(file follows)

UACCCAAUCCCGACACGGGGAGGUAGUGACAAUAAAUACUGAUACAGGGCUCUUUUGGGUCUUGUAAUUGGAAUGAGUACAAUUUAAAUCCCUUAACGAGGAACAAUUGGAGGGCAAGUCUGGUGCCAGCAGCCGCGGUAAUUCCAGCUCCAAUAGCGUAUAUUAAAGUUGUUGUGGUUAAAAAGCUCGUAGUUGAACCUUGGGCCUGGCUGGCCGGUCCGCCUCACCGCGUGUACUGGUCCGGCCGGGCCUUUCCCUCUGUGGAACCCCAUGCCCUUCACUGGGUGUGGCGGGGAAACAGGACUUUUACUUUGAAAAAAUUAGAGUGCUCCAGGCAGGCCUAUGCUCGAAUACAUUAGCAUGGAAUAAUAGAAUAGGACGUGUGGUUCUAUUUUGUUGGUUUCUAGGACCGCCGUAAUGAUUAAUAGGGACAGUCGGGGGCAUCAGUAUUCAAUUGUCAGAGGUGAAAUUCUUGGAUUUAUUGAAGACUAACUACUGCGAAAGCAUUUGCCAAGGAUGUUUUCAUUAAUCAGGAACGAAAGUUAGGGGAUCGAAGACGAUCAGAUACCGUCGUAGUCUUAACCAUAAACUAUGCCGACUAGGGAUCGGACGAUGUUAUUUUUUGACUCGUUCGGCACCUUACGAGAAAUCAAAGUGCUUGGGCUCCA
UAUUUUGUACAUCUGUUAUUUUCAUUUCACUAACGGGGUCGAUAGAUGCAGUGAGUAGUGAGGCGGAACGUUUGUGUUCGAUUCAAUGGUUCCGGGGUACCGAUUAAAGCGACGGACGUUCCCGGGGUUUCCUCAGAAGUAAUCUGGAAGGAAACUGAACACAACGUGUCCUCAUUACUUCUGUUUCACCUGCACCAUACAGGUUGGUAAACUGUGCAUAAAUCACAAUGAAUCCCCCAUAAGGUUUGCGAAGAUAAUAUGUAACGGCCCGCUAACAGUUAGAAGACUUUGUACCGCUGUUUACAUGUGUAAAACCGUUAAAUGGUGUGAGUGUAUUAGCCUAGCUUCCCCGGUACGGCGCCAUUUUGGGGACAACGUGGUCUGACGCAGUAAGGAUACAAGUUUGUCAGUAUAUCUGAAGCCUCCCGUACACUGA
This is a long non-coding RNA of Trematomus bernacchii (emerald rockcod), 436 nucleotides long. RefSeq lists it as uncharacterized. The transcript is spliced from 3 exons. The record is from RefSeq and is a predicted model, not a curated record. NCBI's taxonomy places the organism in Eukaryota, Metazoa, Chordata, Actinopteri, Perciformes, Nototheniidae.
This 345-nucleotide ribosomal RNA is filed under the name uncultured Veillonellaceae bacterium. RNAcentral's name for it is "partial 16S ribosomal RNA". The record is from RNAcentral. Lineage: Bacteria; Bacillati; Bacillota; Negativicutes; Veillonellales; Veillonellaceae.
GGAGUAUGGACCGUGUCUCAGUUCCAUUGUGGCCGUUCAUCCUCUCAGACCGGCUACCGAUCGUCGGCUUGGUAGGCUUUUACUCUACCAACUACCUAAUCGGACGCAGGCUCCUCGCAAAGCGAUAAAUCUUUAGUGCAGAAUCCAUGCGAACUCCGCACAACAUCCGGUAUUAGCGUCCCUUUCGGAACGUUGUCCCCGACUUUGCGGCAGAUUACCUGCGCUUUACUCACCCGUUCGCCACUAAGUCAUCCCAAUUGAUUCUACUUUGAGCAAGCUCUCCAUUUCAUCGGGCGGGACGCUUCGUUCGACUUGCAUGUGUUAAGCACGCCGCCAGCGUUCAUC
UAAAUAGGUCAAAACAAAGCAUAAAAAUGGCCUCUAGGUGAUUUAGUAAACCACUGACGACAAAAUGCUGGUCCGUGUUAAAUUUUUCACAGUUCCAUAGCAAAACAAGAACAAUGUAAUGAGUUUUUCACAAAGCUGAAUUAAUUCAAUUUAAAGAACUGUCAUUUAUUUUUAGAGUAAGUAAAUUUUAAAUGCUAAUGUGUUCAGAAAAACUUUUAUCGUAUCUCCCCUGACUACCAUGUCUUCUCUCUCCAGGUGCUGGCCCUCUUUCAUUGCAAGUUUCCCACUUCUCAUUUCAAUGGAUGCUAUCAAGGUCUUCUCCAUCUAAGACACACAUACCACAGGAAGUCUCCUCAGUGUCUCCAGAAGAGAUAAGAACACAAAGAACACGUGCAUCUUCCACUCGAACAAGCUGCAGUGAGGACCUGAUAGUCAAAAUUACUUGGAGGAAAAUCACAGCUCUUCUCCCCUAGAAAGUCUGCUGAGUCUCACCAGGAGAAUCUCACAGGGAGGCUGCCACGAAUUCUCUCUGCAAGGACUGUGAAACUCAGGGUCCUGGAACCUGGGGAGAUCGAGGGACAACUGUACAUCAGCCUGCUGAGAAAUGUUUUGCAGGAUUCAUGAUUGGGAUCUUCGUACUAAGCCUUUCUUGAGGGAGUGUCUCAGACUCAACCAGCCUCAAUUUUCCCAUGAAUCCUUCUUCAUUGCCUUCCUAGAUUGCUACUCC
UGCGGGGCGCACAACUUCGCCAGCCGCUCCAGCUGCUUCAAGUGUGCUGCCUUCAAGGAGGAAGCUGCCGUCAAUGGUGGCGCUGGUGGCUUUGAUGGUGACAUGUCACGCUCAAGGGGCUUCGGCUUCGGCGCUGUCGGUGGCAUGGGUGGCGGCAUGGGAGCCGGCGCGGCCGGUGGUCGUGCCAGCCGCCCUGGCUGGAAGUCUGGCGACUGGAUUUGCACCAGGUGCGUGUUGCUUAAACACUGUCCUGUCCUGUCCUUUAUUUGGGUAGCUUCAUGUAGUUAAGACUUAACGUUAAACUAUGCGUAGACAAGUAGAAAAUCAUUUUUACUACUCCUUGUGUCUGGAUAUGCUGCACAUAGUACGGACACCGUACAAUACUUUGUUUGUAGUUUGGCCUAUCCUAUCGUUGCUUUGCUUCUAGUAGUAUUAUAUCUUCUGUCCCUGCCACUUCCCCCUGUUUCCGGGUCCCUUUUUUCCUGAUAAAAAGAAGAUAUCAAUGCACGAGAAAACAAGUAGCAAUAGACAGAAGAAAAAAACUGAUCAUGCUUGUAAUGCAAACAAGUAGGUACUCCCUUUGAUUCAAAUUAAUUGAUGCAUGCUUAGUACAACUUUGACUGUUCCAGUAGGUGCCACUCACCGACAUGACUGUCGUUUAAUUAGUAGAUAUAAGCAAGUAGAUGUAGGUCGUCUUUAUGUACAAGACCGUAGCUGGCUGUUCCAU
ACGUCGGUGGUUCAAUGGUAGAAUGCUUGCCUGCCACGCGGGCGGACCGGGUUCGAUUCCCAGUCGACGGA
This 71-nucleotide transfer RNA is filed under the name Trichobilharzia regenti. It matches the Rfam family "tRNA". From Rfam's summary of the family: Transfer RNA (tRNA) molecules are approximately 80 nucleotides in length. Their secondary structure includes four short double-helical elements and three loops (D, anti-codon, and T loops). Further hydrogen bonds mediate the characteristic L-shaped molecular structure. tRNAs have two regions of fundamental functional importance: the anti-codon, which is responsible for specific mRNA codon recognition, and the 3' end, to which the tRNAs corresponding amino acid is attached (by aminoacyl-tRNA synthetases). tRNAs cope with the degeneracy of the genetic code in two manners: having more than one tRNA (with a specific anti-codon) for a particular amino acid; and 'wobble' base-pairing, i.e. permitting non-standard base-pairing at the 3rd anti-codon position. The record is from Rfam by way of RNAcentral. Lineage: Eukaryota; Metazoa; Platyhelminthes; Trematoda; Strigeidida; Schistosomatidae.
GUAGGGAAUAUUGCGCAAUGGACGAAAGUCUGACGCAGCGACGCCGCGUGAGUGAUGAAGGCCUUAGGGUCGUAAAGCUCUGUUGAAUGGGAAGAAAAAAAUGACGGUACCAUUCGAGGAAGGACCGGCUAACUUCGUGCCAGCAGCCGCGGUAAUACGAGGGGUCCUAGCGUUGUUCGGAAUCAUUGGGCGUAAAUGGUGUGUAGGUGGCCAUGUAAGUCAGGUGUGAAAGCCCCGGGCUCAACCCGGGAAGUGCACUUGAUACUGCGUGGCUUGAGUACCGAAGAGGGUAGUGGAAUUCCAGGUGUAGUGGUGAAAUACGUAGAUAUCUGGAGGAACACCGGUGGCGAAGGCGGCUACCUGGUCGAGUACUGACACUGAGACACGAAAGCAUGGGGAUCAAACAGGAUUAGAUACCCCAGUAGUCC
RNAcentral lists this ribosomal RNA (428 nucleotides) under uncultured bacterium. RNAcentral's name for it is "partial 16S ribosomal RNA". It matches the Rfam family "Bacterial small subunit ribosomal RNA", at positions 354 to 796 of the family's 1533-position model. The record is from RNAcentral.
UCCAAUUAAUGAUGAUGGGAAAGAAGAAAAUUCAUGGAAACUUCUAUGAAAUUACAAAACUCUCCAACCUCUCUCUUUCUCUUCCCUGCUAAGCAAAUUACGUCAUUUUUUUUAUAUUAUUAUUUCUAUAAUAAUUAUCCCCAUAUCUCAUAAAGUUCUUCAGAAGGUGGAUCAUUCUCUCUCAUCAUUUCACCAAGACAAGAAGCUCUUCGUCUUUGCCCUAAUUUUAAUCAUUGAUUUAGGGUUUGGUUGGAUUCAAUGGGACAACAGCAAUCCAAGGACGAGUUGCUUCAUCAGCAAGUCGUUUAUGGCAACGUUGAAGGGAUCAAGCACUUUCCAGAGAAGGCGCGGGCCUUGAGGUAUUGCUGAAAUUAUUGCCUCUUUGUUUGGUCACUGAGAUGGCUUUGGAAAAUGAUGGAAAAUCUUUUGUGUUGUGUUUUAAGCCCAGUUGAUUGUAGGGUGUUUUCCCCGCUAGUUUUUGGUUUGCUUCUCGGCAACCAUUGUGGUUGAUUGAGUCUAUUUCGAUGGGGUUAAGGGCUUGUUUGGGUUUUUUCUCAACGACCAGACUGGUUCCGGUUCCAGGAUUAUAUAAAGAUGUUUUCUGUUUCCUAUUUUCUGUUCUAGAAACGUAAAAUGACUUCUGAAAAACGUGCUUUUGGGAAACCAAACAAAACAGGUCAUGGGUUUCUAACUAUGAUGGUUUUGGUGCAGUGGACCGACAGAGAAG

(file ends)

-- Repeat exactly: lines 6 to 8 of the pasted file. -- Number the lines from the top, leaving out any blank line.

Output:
UAAAUAGGUCAAAACAAAGCAUAAAAAUGGCCUCUAGGUGAUUUAGUAAACCACUGACGACAAAAUGCUGGUCCGUGUUAAAUUUUUCACAGUUCCAUAGCAAAACAAGAACAAUGUAAUGAGUUUUUCACAAAGCUGAAUUAAUUCAAUUUAAAGAACUGUCAUUUAUUUUUAGAGUAAGUAAAUUUUAAAUGCUAAUGUGUUCAGAAAAACUUUUAUCGUAUCUCCCCUGACUACCAUGUCUUCUCUCUCCAGGUGCUGGCCCUCUUUCAUUGCAAGUUUCCCACUUCUCAUUUCAAUGGAUGCUAUCAAGGUCUUCUCCAUCUAAGACACACAUACCACAGGAAGUCUCCUCAGUGUCUCCAGAAGAGAUAAGAACACAAAGAACACGUGCAUCUUCCACUCGAACAAGCUGCAGUGAGGACCUGAUAGUCAAAAUUACUUGGAGGAAAAUCACAGCUCUUCUCCCCUAGAAAGUCUGCUGAGUCUCACCAGGAGAAUCUCACAGGGAGGCUGCCACGAAUUCUCUCUGCAAGGACUGUGAAACUCAGGGUCCUGGAACCUGGGGAGAUCGAGGGACAACUGUACAUCAGCCUGCUGAGAAAUGUUUUGCAGGAUUCAUGAUUGGGAUCUUCGUACUAAGCCUUUCUUGAGGGAGUGUCUCAGACUCAACCAGCCUCAAUUUUCCCAUGAAUCCUUCUUCAUUGCCUUCCUAGAUUGCUACUCC
UGCGGGGCGCACAACUUCGCCAGCCGCUCCAGCUGCUUCAAGUGUGCUGCCUUCAAGGAGGAAGCUGCCGUCAAUGGUGGCGCUGGUGGCUUUGAUGGUGACAUGUCACGCUCAAGGGGCUUCGGCUUCGGCGCUGUCGGUGGCAUGGGUGGCGGCAUGGGAGCCGGCGCGGCCGGUGGUCGUGCCAGCCGCCCUGGCUGGAAGUCUGGCGACUGGAUUUGCACCAGGUGCGUGUUGCUUAAACACUGUCCUGUCCUGUCCUUUAUUUGGGUAGCUUCAUGUAGUUAAGACUUAACGUUAAACUAUGCGUAGACAAGUAGAAAAUCAUUUUUACUACUCCUUGUGUCUGGAUAUGCUGCACAUAGUACGGACACCGUACAAUACUUUGUUUGUAGUUUGGCCUAUCCUAUCGUUGCUUUGCUUCUAGUAGUAUUAUAUCUUCUGUCCCUGCCACUUCCCCCUGUUUCCGGGUCCCUUUUUUCCUGAUAAAAAGAAGAUAUCAAUGCACGAGAAAACAAGUAGCAAUAGACAGAAGAAAAAAACUGAUCAUGCUUGUAAUGCAAACAAGUAGGUACUCCCUUUGAUUCAAAUUAAUUGAUGCAUGCUUAGUACAACUUUGACUGUUCCAGUAGGUGCCACUCACCGACAUGACUGUCGUUUAAUUAGUAGAUAUAAGCAAGUAGAUGUAGGUCGUCUUUAUGUACAAGACCGUAGCUGGCUGUUCCAU
ACGUCGGUGGUUCAAUGGUAGAAUGCUUGCCUGCCACGCGGGCGGACCGGGUUCGAUUCCCAGUCGACGGA